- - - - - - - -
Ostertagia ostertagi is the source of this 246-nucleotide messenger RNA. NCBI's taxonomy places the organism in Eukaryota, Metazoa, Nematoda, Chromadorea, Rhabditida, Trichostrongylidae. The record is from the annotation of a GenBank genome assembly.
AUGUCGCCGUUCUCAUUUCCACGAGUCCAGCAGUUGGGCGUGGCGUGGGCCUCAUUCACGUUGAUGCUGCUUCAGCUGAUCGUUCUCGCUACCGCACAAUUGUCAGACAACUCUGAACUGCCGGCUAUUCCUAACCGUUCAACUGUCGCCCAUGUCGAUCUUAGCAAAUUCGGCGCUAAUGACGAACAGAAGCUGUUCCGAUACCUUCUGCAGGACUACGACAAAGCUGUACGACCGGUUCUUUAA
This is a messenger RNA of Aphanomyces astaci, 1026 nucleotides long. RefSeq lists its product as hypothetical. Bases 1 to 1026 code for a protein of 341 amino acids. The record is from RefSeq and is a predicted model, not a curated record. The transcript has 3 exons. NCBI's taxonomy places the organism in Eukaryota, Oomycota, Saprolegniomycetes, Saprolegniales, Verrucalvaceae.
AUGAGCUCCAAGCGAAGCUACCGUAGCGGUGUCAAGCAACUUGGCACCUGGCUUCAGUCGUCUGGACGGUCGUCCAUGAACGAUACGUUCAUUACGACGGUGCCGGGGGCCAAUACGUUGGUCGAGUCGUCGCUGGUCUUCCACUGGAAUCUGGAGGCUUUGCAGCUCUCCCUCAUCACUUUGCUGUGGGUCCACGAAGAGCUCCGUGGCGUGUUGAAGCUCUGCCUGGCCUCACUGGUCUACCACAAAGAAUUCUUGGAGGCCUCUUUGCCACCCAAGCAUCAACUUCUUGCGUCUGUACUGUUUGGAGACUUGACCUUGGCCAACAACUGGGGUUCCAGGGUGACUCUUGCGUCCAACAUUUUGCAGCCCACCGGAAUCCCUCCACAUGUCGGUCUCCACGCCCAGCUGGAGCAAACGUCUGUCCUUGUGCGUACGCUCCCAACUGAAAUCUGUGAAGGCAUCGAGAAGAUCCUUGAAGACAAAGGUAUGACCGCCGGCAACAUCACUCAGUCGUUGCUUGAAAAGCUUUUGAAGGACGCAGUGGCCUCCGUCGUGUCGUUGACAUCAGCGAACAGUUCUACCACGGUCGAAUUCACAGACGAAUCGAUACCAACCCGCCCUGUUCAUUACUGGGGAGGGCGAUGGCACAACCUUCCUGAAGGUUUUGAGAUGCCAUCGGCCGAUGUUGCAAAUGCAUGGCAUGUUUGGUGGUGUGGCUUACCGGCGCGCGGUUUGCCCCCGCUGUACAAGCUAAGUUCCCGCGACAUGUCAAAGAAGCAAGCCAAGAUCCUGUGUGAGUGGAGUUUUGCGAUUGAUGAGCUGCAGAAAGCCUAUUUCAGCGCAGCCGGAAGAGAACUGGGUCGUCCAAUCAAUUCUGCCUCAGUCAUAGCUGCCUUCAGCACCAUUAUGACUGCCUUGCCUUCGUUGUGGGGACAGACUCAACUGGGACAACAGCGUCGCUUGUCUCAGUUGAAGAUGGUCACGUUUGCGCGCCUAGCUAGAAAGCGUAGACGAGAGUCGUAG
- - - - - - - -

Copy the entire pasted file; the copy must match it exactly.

Ostertagia ostertagi is the source of this 246-nucleotide messenger RNA. NCBI's taxonomy places the organism in Eukaryota, Metazoa, Nematoda, Chromadorea, Rhabditida, Trichostrongylidae. The record is from the annotation of a GenBank genome assembly.
AUGUCGCCGUUCUCAUUUCCACGAGUCCAGCAGUUGGGCGUGGCGUGGGCCUCAUUCACGUUGAUGCUGCUUCAGCUGAUCGUUCUCGCUACCGCACAAUUGUCAGACAACUCUGAACUGCCGGCUAUUCCUAACCGUUCAACUGUCGCCCAUGUCGAUCUUAGCAAAUUCGGCGCUAAUGACGAACAGAAGCUGUUCCGAUACCUUCUGCAGGACUACGACAAAGCUGUACGACCGGUUCUUUAA
This is a messenger RNA of Aphanomyces astaci, 1026 nucleotides long. RefSeq lists its product as hypothetical. Bases 1 to 1026 code for a protein of 341 amino acids. The record is from RefSeq and is a predicted model, not a curated record. The transcript has 3 exons. NCBI's taxonomy places the organism in Eukaryota, Oomycota, Saprolegniomycetes, Saprolegniales, Verrucalvaceae.
AUGAGCUCCAAGCGAAGCUACCGUAGCGGUGUCAAGCAACUUGGCACCUGGCUUCAGUCGUCUGGACGGUCGUCCAUGAACGAUACGUUCAUUACGACGGUGCCGGGGGCCAAUACGUUGGUCGAGUCGUCGCUGGUCUUCCACUGGAAUCUGGAGGCUUUGCAGCUCUCCCUCAUCACUUUGCUGUGGGUCCACGAAGAGCUCCGUGGCGUGUUGAAGCUCUGCCUGGCCUCACUGGUCUACCACAAAGAAUUCUUGGAGGCCUCUUUGCCACCCAAGCAUCAACUUCUUGCGUCUGUACUGUUUGGAGACUUGACCUUGGCCAACAACUGGGGUUCCAGGGUGACUCUUGCGUCCAACAUUUUGCAGCCCACCGGAAUCCCUCCACAUGUCGGUCUCCACGCCCAGCUGGAGCAAACGUCUGUCCUUGUGCGUACGCUCCCAACUGAAAUCUGUGAAGGCAUCGAGAAGAUCCUUGAAGACAAAGGUAUGACCGCCGGCAACAUCACUCAGUCGUUGCUUGAAAAGCUUUUGAAGGACGCAGUGGCCUCCGUCGUGUCGUUGACAUCAGCGAACAGUUCUACCACGGUCGAAUUCACAGACGAAUCGAUACCAACCCGCCCUGUUCAUUACUGGGGAGGGCGAUGGCACAACCUUCCUGAAGGUUUUGAGAUGCCAUCGGCCGAUGUUGCAAAUGCAUGGCAUGUUUGGUGGUGUGGCUUACCGGCGCGCGGUUUGCCCCCGCUGUACAAGCUAAGUUCCCGCGACAUGUCAAAGAAGCAAGCCAAGAUCCUGUGUGAGUGGAGUUUUGCGAUUGAUGAGCUGCAGAAAGCCUAUUUCAGCGCAGCCGGAAGAGAACUGGGUCGUCCAAUCAAUUCUGCCUCAGUCAUAGCUGCCUUCAGCACCAUUAUGACUGCCUUGCCUUCGUUGUGGGGACAGACUCAACUGGGACAACAGCGUCGCUUGUCUCAGUUGAAGAUGGUCACGUUUGCGCGCCUAGCUAGAAAGCGUAGACGAGAGUCGUAG